"SSLsniff is still useful as a general MITM tool for SSL. The folks who did the MD5 hash collision stuff last December (2008) used sslsniff to hijack connections once they'd gotten a CA cert."

And in concluding his remarks on SSLsniff, Moxie gave fair warning, "There are other uses yet to be disclosed another day."

Moving on to explore what led to his development of the SSLsniff tool, Moxie drew a distinction between "browsers then and now," pointing out that in the past they employed a "postivie feedback system" to re-assure the user about the presence of security (i.e., "a number of indicators deployed to designate that a page is secure, a proliferation of little lock icons, a URL bars that turn gold") as opposed to the "negative feedback system" used now (i.e., less emphasis on sites being secure, e.g., "the proliferation of little locks has been toned down, and Firefox's gold bar is gone," increased emphasis on alerting users to problems, e.g., "a maze of hoops that users have to jump through in order to access sites with certificates that aren't signed by a CA."

In assessing the implications of this shift from the attacker's perspective, Moxie concluded: "If we trigger the negative feedback, we're screwed. If we fail to trigger the positive feedback, it's not so bad."

In looking for opportunities to apply this maxim, Moxie next looked at the relationship between SSL and HTTP.

"How do people use SSL? Nobody types 'https://' or 'http' for that matter. People generally encounter SSL either by clicking on links or through 302s, which means that people only encounter SSL through HTTP. ... We can attack both of these points through an HTTP MITM."

In rapid success- ion, Moxie led the attendees through his iteration of SSLstrip.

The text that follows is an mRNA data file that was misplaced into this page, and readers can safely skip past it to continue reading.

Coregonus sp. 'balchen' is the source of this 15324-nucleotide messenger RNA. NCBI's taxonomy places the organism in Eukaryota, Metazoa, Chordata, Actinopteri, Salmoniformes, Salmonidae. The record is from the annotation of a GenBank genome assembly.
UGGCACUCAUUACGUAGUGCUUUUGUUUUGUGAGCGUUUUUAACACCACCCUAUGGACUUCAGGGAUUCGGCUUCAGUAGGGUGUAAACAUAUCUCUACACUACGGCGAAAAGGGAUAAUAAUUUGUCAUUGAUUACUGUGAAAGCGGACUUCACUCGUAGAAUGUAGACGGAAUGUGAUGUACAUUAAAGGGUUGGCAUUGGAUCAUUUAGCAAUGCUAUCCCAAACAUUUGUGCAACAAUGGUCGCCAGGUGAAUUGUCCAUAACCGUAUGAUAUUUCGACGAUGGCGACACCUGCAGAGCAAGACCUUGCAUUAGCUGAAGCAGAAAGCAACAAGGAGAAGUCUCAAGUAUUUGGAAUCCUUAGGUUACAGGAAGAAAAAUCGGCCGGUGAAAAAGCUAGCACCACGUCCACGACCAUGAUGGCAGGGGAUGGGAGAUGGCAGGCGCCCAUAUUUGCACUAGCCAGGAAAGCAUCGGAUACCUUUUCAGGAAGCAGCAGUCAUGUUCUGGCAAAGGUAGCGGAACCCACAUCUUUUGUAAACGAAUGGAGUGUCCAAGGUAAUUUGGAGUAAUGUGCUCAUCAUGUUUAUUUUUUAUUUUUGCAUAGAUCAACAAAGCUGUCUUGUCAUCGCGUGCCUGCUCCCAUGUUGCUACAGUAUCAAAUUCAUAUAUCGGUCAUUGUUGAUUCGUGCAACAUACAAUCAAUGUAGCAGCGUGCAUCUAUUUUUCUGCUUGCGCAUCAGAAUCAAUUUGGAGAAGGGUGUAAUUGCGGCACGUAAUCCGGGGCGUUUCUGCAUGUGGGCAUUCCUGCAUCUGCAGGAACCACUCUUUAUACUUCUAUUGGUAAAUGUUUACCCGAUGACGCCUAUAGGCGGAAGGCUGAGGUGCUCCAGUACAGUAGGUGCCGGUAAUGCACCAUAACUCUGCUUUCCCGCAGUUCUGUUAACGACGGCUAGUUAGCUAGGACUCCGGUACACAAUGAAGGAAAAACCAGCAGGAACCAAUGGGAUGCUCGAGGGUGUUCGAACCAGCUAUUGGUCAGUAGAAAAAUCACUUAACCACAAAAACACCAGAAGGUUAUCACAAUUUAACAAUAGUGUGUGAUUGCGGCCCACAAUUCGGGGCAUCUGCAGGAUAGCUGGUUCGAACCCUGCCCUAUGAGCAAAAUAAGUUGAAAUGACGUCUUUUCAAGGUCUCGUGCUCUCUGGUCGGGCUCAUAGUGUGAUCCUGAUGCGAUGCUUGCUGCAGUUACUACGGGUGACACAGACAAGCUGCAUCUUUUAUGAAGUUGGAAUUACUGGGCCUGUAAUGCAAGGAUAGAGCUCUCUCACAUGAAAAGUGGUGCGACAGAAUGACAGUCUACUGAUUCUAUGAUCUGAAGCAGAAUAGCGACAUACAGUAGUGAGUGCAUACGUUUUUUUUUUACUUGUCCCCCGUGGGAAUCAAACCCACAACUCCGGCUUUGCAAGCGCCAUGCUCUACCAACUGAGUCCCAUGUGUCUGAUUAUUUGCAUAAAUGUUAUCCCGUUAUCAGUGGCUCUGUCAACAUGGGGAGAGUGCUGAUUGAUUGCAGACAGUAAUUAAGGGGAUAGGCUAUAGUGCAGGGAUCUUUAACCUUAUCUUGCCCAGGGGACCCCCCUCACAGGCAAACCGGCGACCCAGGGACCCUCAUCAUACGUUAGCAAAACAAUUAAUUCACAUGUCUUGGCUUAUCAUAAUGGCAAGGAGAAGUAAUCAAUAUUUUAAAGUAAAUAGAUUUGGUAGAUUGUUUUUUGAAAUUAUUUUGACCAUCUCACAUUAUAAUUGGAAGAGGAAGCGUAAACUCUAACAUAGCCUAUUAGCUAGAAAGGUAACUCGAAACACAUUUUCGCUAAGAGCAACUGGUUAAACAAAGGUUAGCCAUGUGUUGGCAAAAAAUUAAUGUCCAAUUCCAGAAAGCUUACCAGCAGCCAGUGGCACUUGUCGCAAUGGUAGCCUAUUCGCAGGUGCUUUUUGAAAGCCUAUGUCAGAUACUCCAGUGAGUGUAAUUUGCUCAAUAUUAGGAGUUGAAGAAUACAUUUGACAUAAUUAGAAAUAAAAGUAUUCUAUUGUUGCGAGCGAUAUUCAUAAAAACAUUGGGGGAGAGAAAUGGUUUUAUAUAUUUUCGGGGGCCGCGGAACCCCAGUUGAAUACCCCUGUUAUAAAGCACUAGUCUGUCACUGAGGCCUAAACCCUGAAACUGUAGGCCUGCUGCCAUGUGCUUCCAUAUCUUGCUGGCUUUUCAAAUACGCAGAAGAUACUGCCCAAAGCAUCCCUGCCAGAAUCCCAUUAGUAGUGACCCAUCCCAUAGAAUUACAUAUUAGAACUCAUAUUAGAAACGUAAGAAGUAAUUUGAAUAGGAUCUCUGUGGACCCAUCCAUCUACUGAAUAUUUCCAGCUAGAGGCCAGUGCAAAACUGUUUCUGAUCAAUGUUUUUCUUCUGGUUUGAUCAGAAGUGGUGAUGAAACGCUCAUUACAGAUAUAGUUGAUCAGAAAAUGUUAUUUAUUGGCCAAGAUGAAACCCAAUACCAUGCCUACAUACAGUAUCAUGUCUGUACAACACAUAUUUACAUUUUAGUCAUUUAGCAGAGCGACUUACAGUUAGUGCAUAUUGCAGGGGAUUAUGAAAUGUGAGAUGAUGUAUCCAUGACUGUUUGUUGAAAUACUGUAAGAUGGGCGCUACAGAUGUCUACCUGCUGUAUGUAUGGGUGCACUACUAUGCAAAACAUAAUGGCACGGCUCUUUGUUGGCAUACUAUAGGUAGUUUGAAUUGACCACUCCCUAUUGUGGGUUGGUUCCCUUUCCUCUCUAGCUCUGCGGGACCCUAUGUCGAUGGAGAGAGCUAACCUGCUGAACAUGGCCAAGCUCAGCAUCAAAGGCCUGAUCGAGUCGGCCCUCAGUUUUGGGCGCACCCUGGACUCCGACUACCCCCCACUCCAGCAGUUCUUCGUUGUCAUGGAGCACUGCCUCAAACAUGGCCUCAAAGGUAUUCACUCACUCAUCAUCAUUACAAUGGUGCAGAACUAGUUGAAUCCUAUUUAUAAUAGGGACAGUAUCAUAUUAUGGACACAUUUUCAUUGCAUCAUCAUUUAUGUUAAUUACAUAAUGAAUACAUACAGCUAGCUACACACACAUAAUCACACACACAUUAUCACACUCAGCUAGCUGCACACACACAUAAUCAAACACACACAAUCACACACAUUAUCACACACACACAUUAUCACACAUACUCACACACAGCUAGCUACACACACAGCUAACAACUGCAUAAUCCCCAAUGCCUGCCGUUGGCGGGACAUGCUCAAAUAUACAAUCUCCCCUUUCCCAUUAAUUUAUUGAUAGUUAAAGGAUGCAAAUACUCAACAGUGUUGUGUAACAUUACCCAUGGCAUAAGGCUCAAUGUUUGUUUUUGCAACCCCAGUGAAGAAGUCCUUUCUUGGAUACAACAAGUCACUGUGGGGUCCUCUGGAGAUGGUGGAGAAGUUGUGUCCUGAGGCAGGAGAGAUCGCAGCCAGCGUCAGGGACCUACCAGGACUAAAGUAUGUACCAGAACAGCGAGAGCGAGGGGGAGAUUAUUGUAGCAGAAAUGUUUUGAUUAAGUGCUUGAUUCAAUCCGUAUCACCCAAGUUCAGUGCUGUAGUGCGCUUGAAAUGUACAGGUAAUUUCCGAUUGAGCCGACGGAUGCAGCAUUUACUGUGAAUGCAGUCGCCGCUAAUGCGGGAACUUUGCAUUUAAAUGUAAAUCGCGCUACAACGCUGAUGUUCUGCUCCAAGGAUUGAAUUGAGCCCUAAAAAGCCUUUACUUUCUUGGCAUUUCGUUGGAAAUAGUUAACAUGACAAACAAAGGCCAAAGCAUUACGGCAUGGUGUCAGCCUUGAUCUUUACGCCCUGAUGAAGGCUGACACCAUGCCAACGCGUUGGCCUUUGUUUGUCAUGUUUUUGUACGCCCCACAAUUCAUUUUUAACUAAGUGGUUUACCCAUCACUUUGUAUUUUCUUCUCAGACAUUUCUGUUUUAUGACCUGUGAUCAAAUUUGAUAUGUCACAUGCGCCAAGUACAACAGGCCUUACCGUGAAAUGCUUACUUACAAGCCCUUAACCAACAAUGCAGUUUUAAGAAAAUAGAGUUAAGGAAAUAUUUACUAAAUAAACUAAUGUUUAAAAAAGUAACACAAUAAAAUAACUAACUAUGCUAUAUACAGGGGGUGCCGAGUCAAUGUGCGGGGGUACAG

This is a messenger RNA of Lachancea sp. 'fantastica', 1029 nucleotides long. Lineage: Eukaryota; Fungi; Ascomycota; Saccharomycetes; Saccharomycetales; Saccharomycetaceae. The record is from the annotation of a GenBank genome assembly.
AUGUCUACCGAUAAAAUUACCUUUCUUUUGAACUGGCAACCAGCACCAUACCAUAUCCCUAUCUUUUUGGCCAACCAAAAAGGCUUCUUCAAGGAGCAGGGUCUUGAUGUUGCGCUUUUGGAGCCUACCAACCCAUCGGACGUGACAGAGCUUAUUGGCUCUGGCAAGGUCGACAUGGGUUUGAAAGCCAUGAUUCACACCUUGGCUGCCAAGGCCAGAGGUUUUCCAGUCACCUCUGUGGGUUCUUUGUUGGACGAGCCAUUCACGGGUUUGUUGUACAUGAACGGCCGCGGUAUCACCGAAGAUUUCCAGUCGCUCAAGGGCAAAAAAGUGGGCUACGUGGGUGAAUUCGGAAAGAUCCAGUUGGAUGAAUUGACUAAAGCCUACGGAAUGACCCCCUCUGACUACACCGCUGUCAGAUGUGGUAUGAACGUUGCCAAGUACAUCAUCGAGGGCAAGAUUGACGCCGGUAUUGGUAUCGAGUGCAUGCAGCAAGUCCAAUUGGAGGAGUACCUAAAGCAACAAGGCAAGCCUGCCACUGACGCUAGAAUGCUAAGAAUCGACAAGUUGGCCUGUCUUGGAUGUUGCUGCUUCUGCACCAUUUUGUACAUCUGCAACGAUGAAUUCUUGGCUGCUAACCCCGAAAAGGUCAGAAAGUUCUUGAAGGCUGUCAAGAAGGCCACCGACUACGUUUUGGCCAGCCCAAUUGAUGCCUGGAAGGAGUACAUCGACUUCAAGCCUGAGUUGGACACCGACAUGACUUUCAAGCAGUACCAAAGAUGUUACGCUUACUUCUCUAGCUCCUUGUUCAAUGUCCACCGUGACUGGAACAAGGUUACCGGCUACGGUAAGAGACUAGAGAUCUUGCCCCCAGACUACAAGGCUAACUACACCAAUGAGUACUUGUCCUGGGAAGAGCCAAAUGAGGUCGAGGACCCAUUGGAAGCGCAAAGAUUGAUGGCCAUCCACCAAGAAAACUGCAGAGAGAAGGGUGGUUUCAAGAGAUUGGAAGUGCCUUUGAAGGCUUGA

In the first cut, SSLstrip simply attacked HTTP instead of SSL, with promising end results, "The server never knows the difference. Everything looks secure on their end. The client doesn't display any of the disastrous warnings that we want to avoid. We see all the traffic."

"We've managed to avoid the negative feedback, but some positive feedback would be good too," Moxie said, pushing further, "People seem to like the little lock icon thing, so it'd be nice if we could get that in there too."

So in the next iteration, Marlinspike's program would respond to a favricon request for a URL it had stripped by sending back its own little padlock icon.

In his further develop- ment of the program, Moxie also dealt with the problem of sessions: "Sessions expire, and it's not always clear when or why, but they don't usually expire right in the middle of an active session. So what we do now: When we start a MITM against a network, strip all the traffic immediately, but don't touch the cookies for 5 min (or some specified length of time). As the cookies go by, make note of the active sessions. After the time is up, start killing sessions, but only new sessions that we haven't seen before. These should be the “long running” sessions that won't be seen as suspicious should they disappear."

"The results were kind of astound- ing. In 24 hours, 114 Yahoo logins, 50 Gmail logins, 42 secure posts to Ticket Master, 14 Rapidshare accounts, 13 Hotmail accounts, 9 Paypal logins, 9 LinkedIn accounts, and 3 Facebook accounts, and many more. That means in 24 hours, I got 117 email accounts, 16 credit card numbers, 7 paypal logins, over 300 other miscellaneous secure logins. So I wondered, 'That's a lot data, but what is the success rate? How many people didn't submit their data? How many people got to whatever it is they wanted to log into and then didn't log in? So I modified it a little bit and ran it again for another 24 hour period, and this time, I logged the number of people who browsed to a page which would have had secure post and then didn't post data. So how many people browsed to the g-mail login and then didn't login? How many people browsed to the paypal login and then didn't login? ... I got a comparable number of secure posts, but the question is how many people balked? Zero. In a 24 hour period, not a single person browsed to a page with a secure post and didn't post data."